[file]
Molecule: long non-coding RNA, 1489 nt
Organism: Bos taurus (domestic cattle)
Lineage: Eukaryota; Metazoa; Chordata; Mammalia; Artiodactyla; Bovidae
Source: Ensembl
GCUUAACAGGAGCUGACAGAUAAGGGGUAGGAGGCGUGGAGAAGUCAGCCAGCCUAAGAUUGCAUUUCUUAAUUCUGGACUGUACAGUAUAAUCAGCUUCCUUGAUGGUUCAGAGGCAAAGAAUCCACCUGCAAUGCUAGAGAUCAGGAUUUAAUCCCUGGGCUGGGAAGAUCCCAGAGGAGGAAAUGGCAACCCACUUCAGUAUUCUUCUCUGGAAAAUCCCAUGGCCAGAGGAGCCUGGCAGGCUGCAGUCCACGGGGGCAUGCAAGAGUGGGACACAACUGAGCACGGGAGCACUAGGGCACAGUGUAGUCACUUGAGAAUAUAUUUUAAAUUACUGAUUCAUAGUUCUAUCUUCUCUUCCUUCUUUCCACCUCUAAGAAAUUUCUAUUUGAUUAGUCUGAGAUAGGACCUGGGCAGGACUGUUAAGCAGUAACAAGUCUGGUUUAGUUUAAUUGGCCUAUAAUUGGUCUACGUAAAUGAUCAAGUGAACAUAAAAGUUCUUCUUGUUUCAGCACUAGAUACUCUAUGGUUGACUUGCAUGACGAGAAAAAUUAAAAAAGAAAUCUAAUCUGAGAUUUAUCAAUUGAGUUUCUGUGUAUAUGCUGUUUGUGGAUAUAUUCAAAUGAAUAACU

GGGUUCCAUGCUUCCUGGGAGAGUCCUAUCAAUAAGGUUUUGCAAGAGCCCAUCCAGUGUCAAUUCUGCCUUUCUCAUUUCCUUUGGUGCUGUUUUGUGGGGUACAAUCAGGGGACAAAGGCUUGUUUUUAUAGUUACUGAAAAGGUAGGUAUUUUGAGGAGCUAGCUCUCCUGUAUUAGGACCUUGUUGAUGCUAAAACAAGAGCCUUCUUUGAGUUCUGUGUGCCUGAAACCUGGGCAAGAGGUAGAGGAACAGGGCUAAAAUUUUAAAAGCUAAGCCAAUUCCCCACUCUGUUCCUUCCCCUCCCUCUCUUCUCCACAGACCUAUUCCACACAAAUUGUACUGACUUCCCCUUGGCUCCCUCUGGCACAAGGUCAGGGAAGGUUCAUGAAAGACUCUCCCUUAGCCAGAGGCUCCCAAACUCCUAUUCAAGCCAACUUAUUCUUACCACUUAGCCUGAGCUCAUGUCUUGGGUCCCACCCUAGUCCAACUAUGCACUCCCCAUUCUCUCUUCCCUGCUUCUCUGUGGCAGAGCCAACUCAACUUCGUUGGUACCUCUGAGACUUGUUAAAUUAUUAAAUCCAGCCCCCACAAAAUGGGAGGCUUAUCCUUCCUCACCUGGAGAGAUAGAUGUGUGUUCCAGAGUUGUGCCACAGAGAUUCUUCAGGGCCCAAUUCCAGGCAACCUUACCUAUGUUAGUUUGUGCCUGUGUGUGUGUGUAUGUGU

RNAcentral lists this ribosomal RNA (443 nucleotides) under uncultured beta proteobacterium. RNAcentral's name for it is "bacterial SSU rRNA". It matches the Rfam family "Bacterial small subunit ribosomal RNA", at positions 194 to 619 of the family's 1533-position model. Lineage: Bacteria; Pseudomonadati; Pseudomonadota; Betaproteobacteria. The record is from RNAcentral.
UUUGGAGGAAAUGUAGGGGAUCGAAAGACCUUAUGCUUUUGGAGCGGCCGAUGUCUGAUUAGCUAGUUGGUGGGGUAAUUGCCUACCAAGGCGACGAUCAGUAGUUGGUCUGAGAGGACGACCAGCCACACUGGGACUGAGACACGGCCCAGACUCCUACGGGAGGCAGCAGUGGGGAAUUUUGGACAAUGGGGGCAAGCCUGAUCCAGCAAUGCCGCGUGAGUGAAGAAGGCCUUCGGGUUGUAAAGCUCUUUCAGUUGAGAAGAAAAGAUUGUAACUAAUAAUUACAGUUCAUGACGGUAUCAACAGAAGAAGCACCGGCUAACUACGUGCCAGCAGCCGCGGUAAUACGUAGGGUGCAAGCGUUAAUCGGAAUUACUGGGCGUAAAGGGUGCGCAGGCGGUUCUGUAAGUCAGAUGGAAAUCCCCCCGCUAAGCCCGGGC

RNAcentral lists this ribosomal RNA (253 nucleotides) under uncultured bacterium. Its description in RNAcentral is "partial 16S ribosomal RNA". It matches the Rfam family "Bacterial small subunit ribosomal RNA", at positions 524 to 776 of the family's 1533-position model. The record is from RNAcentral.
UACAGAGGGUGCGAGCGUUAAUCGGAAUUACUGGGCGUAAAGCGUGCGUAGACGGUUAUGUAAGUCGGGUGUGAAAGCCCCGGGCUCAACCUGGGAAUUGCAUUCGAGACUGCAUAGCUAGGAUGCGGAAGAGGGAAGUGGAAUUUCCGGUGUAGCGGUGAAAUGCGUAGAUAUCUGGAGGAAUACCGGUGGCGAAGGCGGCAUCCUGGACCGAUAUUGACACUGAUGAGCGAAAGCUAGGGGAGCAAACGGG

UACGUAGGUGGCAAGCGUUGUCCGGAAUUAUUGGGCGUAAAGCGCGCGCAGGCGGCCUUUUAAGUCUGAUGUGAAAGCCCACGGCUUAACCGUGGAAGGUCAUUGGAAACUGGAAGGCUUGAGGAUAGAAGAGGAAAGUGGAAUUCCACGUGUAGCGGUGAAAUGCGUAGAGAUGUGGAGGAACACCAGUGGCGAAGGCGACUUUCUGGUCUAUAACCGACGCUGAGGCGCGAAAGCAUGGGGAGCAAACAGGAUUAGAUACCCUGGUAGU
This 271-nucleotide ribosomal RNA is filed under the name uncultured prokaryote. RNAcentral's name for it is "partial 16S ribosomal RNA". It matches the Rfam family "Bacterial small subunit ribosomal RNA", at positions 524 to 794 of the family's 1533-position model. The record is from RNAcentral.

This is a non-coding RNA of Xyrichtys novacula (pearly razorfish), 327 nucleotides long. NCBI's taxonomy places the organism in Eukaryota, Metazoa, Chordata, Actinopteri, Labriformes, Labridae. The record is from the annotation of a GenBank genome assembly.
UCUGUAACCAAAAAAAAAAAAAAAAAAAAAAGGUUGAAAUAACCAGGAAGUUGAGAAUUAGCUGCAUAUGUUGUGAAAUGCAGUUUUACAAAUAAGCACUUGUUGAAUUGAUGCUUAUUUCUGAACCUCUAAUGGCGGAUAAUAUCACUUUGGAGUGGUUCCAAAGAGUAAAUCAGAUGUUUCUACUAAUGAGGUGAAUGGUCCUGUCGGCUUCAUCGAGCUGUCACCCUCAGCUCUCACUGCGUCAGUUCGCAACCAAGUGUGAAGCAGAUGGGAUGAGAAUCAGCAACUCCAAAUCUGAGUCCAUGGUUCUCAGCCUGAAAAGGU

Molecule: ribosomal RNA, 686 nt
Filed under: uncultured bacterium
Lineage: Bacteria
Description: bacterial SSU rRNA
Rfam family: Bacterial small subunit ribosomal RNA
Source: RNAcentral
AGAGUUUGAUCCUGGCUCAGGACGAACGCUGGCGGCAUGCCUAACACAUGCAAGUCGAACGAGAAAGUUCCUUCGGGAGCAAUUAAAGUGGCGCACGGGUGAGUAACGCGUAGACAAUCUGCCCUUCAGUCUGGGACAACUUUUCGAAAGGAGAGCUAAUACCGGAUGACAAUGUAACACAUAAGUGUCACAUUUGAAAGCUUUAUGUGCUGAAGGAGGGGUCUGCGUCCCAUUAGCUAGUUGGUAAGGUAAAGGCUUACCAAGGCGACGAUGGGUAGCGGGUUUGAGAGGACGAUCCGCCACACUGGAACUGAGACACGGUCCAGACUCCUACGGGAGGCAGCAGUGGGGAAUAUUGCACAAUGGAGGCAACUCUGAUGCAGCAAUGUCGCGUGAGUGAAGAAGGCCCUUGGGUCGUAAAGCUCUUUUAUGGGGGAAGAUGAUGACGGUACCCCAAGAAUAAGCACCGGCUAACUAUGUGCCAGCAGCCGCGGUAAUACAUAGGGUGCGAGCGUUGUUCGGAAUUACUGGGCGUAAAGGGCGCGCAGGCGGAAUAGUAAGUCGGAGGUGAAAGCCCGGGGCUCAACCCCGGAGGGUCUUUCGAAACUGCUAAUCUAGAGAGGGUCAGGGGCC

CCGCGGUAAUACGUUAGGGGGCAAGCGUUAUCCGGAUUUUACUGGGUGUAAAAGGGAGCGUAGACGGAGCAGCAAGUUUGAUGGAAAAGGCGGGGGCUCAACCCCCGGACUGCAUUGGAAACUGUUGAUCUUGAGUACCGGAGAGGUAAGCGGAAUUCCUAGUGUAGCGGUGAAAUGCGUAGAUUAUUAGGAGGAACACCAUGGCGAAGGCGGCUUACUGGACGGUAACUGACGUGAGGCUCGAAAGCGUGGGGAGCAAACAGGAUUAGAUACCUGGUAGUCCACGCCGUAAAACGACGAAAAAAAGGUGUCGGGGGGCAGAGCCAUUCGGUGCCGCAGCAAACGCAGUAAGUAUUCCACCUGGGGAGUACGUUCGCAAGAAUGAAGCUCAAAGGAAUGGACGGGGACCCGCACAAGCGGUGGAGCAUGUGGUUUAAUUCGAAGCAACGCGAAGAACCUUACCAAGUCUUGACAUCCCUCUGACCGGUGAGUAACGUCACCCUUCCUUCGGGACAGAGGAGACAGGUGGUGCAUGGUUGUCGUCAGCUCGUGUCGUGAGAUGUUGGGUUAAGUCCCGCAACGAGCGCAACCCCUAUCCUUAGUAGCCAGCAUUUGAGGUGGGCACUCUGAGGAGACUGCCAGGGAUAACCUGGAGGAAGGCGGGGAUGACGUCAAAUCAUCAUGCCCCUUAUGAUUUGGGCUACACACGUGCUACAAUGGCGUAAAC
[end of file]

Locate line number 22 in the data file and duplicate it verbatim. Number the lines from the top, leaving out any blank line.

CCGCGGUAAUACGUUAGGGGGCAAGCGUUAUCCGGAUUUUACUGGGUGUAAAAGGGAGCGUAGACGGAGCAGCAAGUUUGAUGGAAAAGGCGGGGGCUCAACCCCCGGACUGCAUUGGAAACUGUUGAUCUUGAGUACCGGAGAGGUAAGCGGAAUUCCUAGUGUAGCGGUGAAAUGCGUAGAUUAUUAGGAGGAACACCAUGGCGAAGGCGGCUUACUGGACGGUAACUGACGUGAGGCUCGAAAGCGUGGGGAGCAAACAGGAUUAGAUACCUGGUAGUCCACGCCGUAAAACGACGAAAAAAAGGUGUCGGGGGGCAGAGCCAUUCGGUGCCGCAGCAAACGCAGUAAGUAUUCCACCUGGGGAGUACGUUCGCAAGAAUGAAGCUCAAAGGAAUGGACGGGGACCCGCACAAGCGGUGGAGCAUGUGGUUUAAUUCGAAGCAACGCGAAGAACCUUACCAAGUCUUGACAUCCCUCUGACCGGUGAGUAACGUCACCCUUCCUUCGGGACAGAGGAGACAGGUGGUGCAUGGUUGUCGUCAGCUCGUGUCGUGAGAUGUUGGGUUAAGUCCCGCAACGAGCGCAACCCCUAUCCUUAGUAGCCAGCAUUUGAGGUGGGCACUCUGAGGAGACUGCCAGGGAUAACCUGGAGGAAGGCGGGGAUGACGUCAAAUCAUCAUGCCCCUUAUGAUUUGGGCUACACACGUGCUACAAUGGCGUAAAC